India: Determinacy Of A Trust – Indian Tax Insights

Last Updated: 22 March 2017
Article by Abhay Sharma and Oscar Dsa

Trust structures have gained popularity over the years in India as vehicles for pooling of investments and for estate planning by high net-worth individuals. With respect to investment funds, a tax pass-through mechanism is vital as the investors would prefer that the income is taxed at the investor level as opposed to being taxed in the hands of the trust. A tax pass through for trusts is fairly common in several jurisdictions. The tax code in India too provides for a tax pass-through for certain types of funds such as Category I & II Alternative Investment Funds ("AIFs"), Securitisation Trusts and a partial tax pass through for Real Estate Investment Funds ("REITs") and Infrastructure Investment Trusts ("InvITs").

However, the taxability of other types of trusts in India remains a complex issue due to a myriad of factors, primary among them being the nature of the trust itself. The nature of trusts, whether determinate or indeterminate, plays an important role in governing its taxability. As per the taxation law, trusts are considered to be determinate if the individual shares of the beneficiaries are expressly stated in the trust deed and are identifiable and ascertainable as on the date of the trust deed. In case of a determinate trust, tax is charged in the hands of the trustees in the capacity of a representative assessee qua each beneficiary, whereas in case of an indeterminate trust, the trust is treated as an 'association of persons' and tax is charged on the entire income of the trust at the maximum marginal rate ("MMR").

AIFs formed under SEBI regulations are often set up in the form of a trust instead of a partnership or a limited liability partnership due to the relative simplicity in their formation and administration. The Finance Act 2015 granted a complete pass through to Category I AIFs and Category II AIFs hitherto enjoyed only by a select category of Venture Capital Funds ("VCFs"). A tax pass-through of sorts was generally achieved for other non-exempt VCFs or funds through inter alia the formation of a determinate trust. Hence, it is important to understand when a trust is considered to be a determinate trust. There has been a fair amount of litigation around whether the beneficiaries of a trust should be identifiable and should exist at the time of creation / settlement of the trust, for a trust to be treated as determinate trust and taxed accordingly. Recently, the Karnataka High Court in the case CIT v. India Advantage Fund-VII1 had the opportunity to deal with this issue.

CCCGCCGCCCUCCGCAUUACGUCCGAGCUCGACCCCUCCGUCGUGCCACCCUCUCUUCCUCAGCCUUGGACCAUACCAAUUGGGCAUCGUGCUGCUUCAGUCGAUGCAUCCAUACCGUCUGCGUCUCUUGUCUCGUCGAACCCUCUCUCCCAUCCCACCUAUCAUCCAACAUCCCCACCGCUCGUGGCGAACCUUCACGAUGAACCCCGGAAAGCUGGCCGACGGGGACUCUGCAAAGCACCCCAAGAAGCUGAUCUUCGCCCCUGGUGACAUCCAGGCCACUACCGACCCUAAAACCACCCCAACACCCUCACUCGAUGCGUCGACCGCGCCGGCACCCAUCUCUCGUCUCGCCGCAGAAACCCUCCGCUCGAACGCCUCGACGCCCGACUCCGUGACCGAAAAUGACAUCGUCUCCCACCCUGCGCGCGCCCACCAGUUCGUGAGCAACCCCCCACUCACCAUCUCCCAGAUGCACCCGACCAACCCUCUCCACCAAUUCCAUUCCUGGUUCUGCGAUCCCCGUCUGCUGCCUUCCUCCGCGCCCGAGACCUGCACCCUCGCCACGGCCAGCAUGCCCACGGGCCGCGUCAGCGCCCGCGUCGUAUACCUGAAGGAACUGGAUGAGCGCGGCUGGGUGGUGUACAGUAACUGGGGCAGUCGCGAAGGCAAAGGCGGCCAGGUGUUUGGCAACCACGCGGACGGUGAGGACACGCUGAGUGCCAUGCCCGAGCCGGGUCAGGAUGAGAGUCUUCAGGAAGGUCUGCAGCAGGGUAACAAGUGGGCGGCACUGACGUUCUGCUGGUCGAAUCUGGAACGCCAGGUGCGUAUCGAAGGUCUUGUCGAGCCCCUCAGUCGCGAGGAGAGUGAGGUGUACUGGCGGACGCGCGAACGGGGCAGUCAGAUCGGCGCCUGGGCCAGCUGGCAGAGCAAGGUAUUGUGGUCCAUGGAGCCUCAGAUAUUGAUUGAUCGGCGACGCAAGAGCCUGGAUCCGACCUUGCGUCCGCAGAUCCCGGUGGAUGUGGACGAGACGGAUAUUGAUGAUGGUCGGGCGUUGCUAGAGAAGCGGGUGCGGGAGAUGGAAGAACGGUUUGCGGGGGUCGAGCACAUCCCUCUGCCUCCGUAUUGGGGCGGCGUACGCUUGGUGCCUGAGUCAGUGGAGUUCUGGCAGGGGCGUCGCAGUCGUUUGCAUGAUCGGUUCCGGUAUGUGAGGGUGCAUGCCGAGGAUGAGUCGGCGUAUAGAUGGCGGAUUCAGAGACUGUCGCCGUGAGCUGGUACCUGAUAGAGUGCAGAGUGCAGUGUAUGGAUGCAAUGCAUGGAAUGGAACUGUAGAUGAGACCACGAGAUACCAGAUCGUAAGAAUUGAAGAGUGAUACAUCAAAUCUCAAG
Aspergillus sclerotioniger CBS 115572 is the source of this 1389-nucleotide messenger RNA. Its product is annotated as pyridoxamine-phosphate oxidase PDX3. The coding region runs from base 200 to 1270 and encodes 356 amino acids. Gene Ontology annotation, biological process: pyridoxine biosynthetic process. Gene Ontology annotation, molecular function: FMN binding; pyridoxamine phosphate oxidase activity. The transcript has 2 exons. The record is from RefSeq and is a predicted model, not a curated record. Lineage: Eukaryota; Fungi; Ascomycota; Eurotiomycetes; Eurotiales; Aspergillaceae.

The Karnataka High Court upheld the ruling of the Bangalore Tribunal wherein it held that where as per the trust deed the benefits are to be shared by the beneficiaries in proportion to the investment made, it could be concluded that the shares are determinable and the income of trust should be taxed in the hands of the beneficiaries and not the trustees. Further, the Court laid down the following principles to come to the conclusion:

  • It is not the requirement of law that trust deed should actually prescribe the percentage share of the beneficiary in order for the trust to be determinate. It would be sufficient if the shares are capable of being determined based on the provisions of the trust deed.
  • It would not make any difference even if the trust deed authorises addition of further contributors to the trust at different points of time, in addition to initial contributors, than the same would not make the beneficiaries unknown or their share indeterminate.

The ruling is especially relevant given a circular previously issued by the Central Board of Direct Taxes ("CBDT") which was ostensibly aimed at clarifying issues with regard to taxation of AIFs being non-charitable trusts where the investors name and beneficial interest are not explicitly known on the date of its creation ("Circular"). The Circular states that if the trust deed either does not name the beneficiaries or does not specify their beneficial interest then the trust would be considered as indeterminate trust and the trustees in the capacity of the representative assessee would be liable to pay tax at the MMR. The Circular further stated that the clarifications would not apply in a state wherein the jurisdictional High Court had adopted a contrary view. Interestingly, this Circular is not discussed or referred in the Karnataka High Court ruling.

The Karnataka High Court ruling provides some clarity on determination of the nature of the investment trust and should provide a modicum of relief to the fund industry.

Though, the tax law has been amended over the years and now provides for a tax pass through to certain types of fund, going forward the Karnataka High Court ruling would provide some relief for determination of tax pass-through status of other funds such as Category III AIF. Further, in case of private client structures a determinate trust structure can be achieved, if required, by defining appropriately the beneficiary and their beneficial interest.


1. (2017) 78 301 (Karnataka)

The views expressed in this article are strictly individual views and not that of the firm. The content of this article is intended to provide a general guide to the subject matter. Specialist advice should be sought about your specific circumstances.

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